Sister Evamarie Gillcrist, O.P.

This obituary was written by former Tablet staff writer Sister Eve herself.

Sister Evamarie Gillcrist, O.P. – On Sept. 16, Sister Evamarie Gillcrist gave her adventuresome spirit to God in death. She was 95 and dedicated 78 years to religious life as a Sister of St. Dominic.

Sister Evamarie, born March 2, 1924, in Peoria, Ill., lived in Rock Island, Chicago, Pleasantville and Freeport, N.Y. before graduating from Holy Redeemer Elementary School in 1937. Sister Evamarie entered the Sisters of St. Dominic Sept. 7, 1941. On Aug. 4, 1942 she received the habit and her religious name Sister Marie Daniel. One year later she pronounced her religious vows.

Her first assignment was to St. Catherine of Sienna School in St. Albans,1943 – 1954.

“St. Catherine’s was like home,” she said. “I learned so much from the faith and love of those wonderful families.”

She taught at St. Bartholomew H.S., Elmhurst, and Dominican Commercial H.S., Jamaica, 1954 – 1958.

From Dominican Commercial she volunteered for the Amityville Dominican missions in Puerto Rico. She taught five years in Colegio Santissimo Rosario in Yauco 1958-1963, three summers at Catholic University in Ponce, and one year at Colegio San Agustin in Isabela 1963 – 1964. These years brought a radicalizing perspective to her life, one she valued profoundly. Upon returning to the States, Sister taught Spanish in Bishop McDonnell H.S. 1964 – 1965, All Saints H.S. 1965-1967 and Queen of the Rosary Academy, Amityville 1969-1974.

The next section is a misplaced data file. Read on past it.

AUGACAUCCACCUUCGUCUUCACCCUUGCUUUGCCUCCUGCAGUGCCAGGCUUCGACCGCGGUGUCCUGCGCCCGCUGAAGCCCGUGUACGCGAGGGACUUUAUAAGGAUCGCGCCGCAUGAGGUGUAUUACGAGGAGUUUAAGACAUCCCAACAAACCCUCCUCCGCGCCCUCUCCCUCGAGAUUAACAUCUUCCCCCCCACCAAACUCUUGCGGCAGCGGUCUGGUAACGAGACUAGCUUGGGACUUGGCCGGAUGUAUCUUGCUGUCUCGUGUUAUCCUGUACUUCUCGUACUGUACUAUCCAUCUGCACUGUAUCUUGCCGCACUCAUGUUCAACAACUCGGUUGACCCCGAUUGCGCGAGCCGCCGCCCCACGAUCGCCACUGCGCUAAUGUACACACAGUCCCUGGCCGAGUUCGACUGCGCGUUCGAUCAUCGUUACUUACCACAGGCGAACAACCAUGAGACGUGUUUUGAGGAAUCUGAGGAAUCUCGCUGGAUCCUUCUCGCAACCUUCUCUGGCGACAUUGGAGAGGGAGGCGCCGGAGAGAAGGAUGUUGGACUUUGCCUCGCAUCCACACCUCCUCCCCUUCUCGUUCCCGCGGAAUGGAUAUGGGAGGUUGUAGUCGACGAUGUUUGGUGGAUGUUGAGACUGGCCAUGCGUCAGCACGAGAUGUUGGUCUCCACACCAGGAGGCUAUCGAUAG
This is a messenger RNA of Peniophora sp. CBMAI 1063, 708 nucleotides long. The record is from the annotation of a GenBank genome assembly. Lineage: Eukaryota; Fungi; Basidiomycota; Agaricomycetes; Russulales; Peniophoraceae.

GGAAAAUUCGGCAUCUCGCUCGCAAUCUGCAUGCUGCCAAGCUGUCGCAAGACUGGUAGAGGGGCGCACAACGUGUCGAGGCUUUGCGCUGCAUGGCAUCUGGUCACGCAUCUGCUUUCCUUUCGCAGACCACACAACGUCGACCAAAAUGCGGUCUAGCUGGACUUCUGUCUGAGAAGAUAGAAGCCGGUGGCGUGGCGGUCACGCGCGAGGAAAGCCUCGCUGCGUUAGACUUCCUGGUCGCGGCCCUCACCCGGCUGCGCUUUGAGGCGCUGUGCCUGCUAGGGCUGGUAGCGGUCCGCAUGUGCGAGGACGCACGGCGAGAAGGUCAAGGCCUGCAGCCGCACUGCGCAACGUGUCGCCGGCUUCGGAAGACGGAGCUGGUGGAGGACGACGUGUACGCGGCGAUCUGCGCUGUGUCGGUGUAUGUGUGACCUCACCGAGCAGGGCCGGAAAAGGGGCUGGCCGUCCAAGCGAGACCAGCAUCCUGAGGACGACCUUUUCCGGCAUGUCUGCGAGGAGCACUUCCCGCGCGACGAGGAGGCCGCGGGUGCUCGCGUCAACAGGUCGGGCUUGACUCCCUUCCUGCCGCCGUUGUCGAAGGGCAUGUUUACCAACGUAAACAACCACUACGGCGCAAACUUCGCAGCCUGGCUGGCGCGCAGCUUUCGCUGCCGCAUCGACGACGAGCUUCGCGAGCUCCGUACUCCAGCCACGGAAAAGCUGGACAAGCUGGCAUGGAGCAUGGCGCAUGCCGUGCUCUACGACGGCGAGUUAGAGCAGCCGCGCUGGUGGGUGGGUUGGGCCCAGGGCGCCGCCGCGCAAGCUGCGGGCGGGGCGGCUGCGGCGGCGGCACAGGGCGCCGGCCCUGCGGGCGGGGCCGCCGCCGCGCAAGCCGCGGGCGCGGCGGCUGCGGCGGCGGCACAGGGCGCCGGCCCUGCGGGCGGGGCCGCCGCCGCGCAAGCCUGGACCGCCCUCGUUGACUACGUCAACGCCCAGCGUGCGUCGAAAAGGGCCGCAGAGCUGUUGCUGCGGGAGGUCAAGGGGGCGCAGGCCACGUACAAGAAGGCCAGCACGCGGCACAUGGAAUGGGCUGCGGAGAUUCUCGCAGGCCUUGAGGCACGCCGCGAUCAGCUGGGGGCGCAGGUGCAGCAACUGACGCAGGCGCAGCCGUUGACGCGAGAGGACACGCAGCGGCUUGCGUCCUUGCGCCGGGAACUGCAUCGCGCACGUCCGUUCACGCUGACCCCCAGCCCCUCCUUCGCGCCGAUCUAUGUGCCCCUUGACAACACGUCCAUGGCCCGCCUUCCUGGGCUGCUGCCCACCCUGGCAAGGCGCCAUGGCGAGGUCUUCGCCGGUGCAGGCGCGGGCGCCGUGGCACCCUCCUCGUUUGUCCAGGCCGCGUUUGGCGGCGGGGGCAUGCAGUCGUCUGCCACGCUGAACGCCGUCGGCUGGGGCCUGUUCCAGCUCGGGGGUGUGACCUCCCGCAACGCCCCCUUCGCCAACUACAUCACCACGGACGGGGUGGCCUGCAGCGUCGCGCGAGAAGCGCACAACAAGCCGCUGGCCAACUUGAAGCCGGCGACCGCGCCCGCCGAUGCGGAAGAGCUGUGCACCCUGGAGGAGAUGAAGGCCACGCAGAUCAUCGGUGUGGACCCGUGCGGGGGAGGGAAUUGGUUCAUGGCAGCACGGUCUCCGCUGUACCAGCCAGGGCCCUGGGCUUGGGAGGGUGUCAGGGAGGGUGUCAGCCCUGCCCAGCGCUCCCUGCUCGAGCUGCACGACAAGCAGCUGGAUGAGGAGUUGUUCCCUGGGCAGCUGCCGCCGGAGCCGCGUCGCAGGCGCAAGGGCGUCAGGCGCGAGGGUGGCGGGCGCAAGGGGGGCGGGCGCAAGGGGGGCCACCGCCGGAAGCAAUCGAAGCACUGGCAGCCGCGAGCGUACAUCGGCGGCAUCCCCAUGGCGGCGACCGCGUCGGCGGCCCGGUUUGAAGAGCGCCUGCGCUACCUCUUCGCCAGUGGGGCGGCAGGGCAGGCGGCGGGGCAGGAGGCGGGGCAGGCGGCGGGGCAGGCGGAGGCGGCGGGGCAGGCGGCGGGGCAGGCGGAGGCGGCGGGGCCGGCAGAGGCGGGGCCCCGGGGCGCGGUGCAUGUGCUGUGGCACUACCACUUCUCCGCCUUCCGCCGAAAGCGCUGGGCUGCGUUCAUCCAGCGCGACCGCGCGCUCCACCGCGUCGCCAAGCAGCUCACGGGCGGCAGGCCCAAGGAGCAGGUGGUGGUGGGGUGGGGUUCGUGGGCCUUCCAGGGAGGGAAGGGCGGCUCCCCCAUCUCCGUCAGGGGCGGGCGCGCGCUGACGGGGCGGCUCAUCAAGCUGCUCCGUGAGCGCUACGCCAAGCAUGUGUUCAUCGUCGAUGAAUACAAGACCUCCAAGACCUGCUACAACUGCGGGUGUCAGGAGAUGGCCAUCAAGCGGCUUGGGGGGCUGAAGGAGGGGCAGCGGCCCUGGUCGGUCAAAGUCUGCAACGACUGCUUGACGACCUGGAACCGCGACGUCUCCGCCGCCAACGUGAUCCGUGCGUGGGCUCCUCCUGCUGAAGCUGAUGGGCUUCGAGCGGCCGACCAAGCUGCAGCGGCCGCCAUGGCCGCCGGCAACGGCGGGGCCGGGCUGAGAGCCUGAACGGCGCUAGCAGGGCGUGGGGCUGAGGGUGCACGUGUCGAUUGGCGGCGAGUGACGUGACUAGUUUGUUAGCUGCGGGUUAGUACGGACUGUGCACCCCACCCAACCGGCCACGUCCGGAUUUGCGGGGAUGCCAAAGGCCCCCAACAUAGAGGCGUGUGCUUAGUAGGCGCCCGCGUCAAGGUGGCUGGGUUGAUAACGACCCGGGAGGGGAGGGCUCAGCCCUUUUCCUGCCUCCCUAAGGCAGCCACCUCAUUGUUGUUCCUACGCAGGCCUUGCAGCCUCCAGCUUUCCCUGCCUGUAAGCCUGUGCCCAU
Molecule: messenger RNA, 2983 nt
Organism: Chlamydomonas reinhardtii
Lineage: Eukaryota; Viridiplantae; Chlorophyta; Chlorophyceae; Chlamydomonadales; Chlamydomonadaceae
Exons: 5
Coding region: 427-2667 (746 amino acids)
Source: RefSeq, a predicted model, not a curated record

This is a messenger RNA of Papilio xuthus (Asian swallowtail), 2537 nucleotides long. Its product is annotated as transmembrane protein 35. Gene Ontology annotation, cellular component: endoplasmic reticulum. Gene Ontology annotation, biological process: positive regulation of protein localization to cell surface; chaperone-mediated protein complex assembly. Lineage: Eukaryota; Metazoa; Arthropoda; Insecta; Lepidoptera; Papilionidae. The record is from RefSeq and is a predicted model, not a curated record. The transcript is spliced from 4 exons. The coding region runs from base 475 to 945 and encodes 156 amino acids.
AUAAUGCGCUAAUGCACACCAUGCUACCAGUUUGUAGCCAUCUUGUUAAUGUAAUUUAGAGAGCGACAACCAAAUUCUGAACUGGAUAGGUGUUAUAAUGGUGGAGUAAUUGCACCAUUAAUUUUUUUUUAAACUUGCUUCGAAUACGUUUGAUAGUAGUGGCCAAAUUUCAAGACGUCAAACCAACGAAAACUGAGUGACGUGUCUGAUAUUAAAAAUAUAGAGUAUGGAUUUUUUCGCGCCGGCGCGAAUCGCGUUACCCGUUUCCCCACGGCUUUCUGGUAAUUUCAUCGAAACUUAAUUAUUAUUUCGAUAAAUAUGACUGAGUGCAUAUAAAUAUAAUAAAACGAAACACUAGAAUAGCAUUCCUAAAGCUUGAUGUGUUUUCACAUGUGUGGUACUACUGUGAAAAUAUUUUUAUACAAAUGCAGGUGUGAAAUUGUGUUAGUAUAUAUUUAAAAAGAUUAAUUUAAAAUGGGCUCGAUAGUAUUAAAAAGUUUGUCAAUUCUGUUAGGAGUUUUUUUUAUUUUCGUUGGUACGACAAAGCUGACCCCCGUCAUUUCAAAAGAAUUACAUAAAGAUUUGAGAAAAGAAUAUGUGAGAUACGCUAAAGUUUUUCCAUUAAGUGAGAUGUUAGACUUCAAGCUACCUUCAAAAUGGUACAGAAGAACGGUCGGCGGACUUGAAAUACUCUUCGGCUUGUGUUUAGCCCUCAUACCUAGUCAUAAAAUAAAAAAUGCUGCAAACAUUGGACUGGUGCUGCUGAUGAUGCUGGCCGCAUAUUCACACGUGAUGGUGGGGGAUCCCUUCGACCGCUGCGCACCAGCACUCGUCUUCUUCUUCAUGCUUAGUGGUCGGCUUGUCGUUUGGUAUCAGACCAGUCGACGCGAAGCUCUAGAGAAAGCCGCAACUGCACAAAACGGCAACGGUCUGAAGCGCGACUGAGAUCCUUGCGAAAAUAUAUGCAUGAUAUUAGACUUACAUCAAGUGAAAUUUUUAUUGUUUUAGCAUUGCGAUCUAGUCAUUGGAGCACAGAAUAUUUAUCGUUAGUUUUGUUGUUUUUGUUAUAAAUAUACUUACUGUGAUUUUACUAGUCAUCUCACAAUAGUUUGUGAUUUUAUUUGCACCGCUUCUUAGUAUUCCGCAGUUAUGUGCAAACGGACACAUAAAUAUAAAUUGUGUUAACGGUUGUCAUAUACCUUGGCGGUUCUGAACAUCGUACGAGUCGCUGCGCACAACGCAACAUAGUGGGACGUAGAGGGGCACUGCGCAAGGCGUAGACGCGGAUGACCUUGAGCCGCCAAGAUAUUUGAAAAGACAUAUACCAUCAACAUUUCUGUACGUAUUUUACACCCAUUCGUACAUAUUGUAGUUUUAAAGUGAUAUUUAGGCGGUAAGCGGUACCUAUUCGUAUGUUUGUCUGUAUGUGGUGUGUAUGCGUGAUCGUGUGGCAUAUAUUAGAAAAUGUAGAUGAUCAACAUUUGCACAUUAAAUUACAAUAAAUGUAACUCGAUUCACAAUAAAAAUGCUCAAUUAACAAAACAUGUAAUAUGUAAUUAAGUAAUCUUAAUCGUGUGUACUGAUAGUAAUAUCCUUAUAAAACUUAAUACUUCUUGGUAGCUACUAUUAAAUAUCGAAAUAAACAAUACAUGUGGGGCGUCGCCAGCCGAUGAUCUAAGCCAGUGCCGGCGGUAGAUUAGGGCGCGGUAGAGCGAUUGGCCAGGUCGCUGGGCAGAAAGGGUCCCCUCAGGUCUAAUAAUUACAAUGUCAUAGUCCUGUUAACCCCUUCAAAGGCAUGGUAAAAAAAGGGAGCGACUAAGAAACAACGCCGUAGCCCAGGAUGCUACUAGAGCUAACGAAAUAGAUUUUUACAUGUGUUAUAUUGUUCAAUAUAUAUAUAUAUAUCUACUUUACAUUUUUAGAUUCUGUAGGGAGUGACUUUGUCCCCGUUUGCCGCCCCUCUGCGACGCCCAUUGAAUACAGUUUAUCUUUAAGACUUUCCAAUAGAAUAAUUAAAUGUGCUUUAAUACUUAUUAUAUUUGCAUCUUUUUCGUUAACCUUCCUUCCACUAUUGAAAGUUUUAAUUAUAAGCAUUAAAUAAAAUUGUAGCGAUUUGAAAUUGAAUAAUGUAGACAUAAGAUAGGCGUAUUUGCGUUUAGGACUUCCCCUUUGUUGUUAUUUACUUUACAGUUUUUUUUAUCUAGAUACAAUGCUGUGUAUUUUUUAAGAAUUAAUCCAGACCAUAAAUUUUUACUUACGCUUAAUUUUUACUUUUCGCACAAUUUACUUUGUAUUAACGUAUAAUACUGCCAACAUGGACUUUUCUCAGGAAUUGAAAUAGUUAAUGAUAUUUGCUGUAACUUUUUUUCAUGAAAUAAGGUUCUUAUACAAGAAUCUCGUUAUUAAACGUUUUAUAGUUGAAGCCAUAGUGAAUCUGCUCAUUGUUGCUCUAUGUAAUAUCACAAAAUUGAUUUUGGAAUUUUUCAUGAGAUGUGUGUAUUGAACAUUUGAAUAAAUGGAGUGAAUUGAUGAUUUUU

In the academy, she not only taught Spanish but handled public relations by publishing a newspaper for students and alumnae. She was later invited by the former Tablet editor Don Zirkel to join as editorial staff in 1975. She spent 13 fruitful years covering noteworthy events in Brooklyn and Queens, as well as publishing a 20-page monthly newspaper in Spanish, “Nuevo Amanecer.” In this last capacity, she covered Pope John Paul II’s first visit to Puebla and Oaxaca in Mexico, and did investigative reporting on base communities in Sao Paulo, Brazil; Santiago, Chile; Lima, Peru; and Caracas, Venezuela.

“The Hispanic-American Catholic community of Brooklyn and Queens is most grateful for the many contributions that Sister Evamarie did on behalf of our communities in the diocese,” said Mario Paredes, who worked with her during her time at The Tablet. “She was an outstanding editor of Nuevo Amanecer.  She was eager to learn about the roots of our people. She was a remarkable religious woman and was very passionate about being the voice of the voiceless.”

Her next adventure was as a teacher of English to Speakers of Other Languages within the structure of the Queens Borough Public Library. She helped hundreds of immigrants in their quest for a better life. Her other experiences took her to Bedford-Stuyvesant as a member of the New Horizon Adult Education Program from 1991 – 1994 and then to Most Holy Trinity Parish, Brooklyn in 1994 to teach English as a second language.

Sister Evamarie is survived by her brothers Daniel and James and her sisters Mary Flynn, Anne Gunshenan and Frances Quitzau. The Mass of Christian Burial was celebrated Sept. 25 at St. Albert Chapel at Queen of the Motherhouse, Amityville. Burial in the Sisters’ cemetery followed.